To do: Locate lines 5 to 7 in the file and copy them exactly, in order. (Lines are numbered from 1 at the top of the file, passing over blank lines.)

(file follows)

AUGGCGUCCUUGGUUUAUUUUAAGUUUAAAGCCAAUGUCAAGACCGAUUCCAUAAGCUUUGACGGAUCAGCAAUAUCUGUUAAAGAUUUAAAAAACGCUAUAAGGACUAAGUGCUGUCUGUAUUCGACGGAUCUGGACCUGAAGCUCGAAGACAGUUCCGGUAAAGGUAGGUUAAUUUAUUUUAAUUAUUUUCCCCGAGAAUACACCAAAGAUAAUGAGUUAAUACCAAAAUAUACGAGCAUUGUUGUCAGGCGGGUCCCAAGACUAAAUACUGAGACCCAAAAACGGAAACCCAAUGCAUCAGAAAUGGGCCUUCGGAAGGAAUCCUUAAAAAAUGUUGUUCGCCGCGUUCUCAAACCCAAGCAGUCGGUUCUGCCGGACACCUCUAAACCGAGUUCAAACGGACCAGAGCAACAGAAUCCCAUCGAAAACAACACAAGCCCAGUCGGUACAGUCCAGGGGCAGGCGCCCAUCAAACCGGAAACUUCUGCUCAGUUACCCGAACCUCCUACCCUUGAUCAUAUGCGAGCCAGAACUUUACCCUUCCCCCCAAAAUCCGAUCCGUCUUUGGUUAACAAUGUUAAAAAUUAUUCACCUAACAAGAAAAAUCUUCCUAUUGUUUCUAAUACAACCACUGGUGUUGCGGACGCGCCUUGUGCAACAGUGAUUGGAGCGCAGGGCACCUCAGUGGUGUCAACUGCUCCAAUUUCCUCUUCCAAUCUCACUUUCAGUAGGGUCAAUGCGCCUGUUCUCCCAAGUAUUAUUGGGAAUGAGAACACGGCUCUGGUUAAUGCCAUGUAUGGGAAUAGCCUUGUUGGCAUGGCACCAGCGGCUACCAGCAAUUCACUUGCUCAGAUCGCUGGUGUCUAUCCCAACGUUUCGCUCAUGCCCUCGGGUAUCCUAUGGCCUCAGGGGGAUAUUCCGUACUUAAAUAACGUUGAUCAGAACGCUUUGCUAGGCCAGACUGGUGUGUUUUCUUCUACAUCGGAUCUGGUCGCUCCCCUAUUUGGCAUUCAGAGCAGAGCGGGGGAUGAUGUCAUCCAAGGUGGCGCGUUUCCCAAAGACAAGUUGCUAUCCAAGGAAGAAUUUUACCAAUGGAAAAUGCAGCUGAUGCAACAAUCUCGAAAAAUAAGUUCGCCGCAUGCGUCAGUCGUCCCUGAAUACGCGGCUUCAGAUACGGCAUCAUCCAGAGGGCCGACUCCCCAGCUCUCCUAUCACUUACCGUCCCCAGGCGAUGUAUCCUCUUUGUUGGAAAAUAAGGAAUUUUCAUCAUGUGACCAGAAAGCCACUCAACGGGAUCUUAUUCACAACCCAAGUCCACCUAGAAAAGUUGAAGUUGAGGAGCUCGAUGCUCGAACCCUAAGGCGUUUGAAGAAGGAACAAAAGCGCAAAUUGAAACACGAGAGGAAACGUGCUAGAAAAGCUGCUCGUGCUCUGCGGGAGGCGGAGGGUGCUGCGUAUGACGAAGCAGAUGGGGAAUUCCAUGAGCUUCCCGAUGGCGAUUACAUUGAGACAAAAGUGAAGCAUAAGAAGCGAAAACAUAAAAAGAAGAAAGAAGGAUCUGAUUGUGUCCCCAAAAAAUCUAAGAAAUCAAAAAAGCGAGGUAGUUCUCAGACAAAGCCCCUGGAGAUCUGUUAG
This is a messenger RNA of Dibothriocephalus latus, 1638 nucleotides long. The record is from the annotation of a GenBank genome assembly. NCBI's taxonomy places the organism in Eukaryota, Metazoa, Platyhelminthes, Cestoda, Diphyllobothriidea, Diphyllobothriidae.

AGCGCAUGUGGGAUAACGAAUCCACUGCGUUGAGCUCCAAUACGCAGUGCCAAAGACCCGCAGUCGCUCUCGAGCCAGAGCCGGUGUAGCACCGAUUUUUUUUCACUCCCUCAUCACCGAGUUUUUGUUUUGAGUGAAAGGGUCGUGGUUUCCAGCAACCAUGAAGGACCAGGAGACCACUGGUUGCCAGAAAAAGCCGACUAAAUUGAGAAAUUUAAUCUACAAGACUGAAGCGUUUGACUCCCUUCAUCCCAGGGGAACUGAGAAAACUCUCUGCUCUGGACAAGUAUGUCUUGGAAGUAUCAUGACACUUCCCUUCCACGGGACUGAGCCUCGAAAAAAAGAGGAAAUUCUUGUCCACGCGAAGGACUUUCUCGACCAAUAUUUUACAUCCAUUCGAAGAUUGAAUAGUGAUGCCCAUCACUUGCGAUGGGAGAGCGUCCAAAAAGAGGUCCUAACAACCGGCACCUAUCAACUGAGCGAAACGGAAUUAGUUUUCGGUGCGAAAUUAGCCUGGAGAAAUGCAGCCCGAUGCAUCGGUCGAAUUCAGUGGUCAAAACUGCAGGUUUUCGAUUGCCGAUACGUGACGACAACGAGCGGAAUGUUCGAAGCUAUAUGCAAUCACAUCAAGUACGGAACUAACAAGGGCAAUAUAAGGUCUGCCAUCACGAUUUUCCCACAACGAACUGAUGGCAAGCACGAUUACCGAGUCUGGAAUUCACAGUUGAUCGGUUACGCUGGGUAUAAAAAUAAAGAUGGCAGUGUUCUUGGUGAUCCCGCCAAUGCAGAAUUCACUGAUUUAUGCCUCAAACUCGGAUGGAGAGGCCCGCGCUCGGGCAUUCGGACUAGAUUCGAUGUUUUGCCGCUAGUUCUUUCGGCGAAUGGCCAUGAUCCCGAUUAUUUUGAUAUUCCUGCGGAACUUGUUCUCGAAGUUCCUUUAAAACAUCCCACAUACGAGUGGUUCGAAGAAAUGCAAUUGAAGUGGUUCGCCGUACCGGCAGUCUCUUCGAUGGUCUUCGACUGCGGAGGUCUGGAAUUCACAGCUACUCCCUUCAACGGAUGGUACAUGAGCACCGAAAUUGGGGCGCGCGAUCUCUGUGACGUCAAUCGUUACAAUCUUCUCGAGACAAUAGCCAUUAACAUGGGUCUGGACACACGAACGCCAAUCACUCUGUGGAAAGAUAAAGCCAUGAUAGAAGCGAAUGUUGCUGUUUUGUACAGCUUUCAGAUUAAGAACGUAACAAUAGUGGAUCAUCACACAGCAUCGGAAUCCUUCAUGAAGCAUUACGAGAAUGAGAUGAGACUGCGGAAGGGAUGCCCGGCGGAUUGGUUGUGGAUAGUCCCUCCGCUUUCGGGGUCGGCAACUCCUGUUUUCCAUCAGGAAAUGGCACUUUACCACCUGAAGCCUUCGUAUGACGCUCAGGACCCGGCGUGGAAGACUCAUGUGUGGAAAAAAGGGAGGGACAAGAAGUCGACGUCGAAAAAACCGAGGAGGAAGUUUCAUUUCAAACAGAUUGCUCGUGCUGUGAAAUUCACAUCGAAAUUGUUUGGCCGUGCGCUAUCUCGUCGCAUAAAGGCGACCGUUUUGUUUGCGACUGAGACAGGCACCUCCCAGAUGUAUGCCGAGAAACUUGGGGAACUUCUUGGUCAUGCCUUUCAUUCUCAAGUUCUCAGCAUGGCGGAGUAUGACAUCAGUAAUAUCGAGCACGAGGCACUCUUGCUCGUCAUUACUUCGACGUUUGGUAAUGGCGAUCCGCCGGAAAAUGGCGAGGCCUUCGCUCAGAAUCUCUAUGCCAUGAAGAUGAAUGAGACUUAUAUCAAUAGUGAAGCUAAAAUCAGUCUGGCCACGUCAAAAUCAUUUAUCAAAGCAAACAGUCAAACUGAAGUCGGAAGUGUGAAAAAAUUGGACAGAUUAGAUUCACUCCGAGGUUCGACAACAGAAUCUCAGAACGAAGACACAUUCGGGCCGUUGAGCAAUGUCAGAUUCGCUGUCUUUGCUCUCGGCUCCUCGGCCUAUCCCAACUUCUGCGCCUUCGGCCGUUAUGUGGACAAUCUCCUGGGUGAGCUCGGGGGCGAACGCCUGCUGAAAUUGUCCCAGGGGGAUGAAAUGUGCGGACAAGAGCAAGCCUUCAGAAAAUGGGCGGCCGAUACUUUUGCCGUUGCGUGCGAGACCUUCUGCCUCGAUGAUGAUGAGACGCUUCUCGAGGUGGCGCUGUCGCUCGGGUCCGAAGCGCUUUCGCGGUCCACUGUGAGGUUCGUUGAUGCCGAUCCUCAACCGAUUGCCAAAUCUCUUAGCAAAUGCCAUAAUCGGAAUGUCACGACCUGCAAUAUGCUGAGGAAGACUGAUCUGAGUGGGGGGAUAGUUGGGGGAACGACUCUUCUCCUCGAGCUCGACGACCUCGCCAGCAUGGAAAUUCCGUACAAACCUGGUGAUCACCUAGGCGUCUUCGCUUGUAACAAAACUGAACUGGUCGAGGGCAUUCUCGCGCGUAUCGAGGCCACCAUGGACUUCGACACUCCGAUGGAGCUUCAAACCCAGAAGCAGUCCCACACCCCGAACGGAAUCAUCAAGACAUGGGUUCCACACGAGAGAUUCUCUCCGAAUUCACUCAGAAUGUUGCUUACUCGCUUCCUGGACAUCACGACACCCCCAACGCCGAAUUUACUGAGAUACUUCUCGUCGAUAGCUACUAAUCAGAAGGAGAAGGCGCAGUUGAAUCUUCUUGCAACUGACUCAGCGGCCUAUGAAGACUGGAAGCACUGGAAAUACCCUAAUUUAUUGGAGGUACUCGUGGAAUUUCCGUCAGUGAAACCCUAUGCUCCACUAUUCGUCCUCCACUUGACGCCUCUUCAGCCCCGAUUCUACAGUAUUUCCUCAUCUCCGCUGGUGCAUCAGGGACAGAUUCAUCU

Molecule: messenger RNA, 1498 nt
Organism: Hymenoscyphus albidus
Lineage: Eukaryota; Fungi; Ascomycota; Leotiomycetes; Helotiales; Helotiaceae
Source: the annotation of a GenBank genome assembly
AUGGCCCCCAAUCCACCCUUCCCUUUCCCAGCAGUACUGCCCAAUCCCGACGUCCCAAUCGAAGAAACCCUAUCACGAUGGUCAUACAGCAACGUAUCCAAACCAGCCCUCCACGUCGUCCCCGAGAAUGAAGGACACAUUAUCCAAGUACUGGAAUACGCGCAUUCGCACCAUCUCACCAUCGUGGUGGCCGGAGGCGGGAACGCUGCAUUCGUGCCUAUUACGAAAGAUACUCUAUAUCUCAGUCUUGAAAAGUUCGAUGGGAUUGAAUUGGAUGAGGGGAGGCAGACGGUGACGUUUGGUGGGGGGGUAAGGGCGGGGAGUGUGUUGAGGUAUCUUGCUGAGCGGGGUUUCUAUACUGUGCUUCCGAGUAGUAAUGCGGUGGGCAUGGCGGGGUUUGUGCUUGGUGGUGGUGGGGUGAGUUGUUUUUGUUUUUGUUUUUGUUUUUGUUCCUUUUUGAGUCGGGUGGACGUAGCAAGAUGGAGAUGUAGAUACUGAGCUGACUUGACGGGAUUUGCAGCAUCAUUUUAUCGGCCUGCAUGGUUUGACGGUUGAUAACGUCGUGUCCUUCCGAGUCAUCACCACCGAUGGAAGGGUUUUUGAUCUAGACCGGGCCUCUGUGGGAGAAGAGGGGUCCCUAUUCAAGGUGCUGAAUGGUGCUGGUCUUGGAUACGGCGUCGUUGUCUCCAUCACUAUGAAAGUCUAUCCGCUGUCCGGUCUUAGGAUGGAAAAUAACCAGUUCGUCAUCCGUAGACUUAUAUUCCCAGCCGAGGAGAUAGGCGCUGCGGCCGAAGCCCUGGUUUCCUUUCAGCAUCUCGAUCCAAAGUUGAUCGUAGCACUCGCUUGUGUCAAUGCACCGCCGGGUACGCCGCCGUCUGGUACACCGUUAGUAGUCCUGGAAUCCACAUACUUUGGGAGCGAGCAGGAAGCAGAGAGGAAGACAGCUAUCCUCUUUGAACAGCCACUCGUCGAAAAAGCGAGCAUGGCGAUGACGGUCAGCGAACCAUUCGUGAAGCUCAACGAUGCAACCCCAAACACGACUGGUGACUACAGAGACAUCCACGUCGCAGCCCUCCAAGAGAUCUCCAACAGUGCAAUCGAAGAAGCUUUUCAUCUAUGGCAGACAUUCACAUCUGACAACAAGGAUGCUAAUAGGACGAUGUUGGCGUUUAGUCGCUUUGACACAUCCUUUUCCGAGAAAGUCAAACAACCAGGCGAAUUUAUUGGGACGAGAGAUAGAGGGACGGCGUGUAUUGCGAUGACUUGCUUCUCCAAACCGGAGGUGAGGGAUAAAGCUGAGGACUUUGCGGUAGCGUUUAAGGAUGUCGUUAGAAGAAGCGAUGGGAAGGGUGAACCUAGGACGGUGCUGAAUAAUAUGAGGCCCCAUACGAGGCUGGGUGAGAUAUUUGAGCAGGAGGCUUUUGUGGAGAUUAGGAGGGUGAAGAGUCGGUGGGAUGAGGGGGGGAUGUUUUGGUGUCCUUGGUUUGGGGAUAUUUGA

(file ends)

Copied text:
Organism: Hymenoscyphus albidus
Lineage: Eukaryota; Fungi; Ascomycota; Leotiomycetes; Helotiales; Helotiaceae
Source: the annotation of a GenBank genome assembly